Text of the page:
Coronary flow reserve (CFR) is the ratio of resting coronary blood flow to maximum coronary blood flow. As a descriptor of myocardial blood supply, CFR suggests the ability of the coronaries to increase blood flow under stress. It’s a non-invasive test that could help rule out or measure multi-vessel ischemic Coronary Artery Disease (CAD).
Physicians primarily consider coronary flow reserve studies for cardiac patients who continue to be symptomatic after standard imaging and studies. Two factors that cardiologists often weigh when considering offering CFR are the frequency of which you’ll require the study and the overall clinical value of the data. In this post, we’ll take a look at these two dynamics and explore the benefits and limitations of offering coronary flow reserve studies.
The current approaches to evaluate myocardial blood flow include Intracoronary Doppler Ultrasound, echocardiography transesophageal sampling or transthoracic sampling with doppler, Cardiac SPECT, Cardiac PET, and pressure tipped catheters that can be used during diagnostic cardiac catheterization.
Frequency of CFR studies and diagnostic confidence
Coronary flow reserve studies are generally reserved for more unique cases that require greater clarification rather than ordered on a routine basis. It’s estimated that less than 10% of patients would benefit from CFR and the study provides a marginal amount of information which rarely cements a clinical diagnosis.
Typically, CFR is considered an additional data point that can confirm suspicions of triple vessel disease or poor dilation during stress, for example. However, many variables can affect the quality of the results.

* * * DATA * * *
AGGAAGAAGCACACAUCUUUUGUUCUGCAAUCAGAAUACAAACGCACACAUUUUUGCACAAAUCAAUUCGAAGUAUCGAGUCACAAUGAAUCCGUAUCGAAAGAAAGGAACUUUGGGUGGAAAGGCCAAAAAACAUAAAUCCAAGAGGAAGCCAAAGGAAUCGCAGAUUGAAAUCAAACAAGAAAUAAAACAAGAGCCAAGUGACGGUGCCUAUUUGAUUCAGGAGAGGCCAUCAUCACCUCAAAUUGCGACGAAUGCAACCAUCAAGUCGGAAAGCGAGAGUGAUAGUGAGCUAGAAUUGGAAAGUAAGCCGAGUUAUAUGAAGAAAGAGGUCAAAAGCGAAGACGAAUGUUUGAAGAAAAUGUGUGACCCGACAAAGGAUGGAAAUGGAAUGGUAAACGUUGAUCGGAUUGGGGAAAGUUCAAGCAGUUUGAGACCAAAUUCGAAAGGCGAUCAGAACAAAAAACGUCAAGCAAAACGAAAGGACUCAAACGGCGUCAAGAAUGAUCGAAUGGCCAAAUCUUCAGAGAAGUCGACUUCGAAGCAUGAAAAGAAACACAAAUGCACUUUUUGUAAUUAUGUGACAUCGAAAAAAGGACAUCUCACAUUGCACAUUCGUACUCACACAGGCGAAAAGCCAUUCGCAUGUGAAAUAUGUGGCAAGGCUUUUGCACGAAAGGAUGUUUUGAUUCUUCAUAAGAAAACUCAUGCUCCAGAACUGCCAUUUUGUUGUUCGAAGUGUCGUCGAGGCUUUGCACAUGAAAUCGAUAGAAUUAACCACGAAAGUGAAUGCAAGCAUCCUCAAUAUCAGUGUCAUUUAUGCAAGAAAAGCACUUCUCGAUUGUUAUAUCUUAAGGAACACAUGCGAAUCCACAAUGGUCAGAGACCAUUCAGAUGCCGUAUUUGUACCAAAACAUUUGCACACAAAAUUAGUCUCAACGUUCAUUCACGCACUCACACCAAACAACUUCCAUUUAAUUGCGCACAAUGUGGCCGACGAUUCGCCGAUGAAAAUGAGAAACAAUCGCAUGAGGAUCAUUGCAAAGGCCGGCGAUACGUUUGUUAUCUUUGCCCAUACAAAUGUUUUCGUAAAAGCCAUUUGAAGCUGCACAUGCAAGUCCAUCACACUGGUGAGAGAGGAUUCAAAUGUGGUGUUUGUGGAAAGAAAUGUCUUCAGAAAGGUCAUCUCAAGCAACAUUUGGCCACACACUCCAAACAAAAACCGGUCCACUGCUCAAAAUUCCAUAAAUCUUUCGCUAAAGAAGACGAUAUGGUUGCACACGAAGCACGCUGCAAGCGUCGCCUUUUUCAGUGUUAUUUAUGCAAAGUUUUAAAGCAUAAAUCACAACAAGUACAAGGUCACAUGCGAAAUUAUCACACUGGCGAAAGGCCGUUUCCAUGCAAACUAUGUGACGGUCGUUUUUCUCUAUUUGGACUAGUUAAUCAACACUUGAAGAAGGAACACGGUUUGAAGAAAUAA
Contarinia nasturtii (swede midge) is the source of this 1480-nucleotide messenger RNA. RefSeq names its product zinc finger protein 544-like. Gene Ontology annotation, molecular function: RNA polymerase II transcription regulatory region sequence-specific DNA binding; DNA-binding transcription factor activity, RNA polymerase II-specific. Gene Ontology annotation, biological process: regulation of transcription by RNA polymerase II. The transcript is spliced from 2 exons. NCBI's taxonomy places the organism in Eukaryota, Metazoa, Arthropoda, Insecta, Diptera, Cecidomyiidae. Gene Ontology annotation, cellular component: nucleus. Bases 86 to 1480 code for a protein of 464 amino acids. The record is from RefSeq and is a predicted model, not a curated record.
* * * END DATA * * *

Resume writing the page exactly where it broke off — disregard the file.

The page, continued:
When the images appear normal but the CFR result is contradictory or inconclusive, the coronary flow reserve results are often in question. Many cardiologists are more apt to lean towards what they can see or place more trust in other tests. CFR can be valuable, especially when it’s consistent with other findings, but when the results are called into question, a coronary flow reserve study may not create the diagnostic confidence to override other tests.
Evaluating the full picture
Although Cardiac PET is getting a lot of buzz for Coronary Flow Reserve studies, many cardiology practices have to step back and consider the full spectrum of their imaging needs. Given the small subset of cardiology patients who might qualify for CFR—especially under the stricter appropriate use guidelines— and given that several other diagnostic approaches are available, the ability to obtain CFR is not the determining factor in whether or not to invest in a Cardiac PET program in your office.
A substantial patient panel would be necessary to justify the purchase of a Cardiac PET imager for the ability to obtain CFR, and while the current reimbursement landscape is favorable to PET, changes could be on the horizon that greatly affect the rates and red tape associated with the studies.
The coronary flow reserve calculation can be an important component in certain diagnoses, but it’s critical to weight the full picture before making an investment that will affect your practice.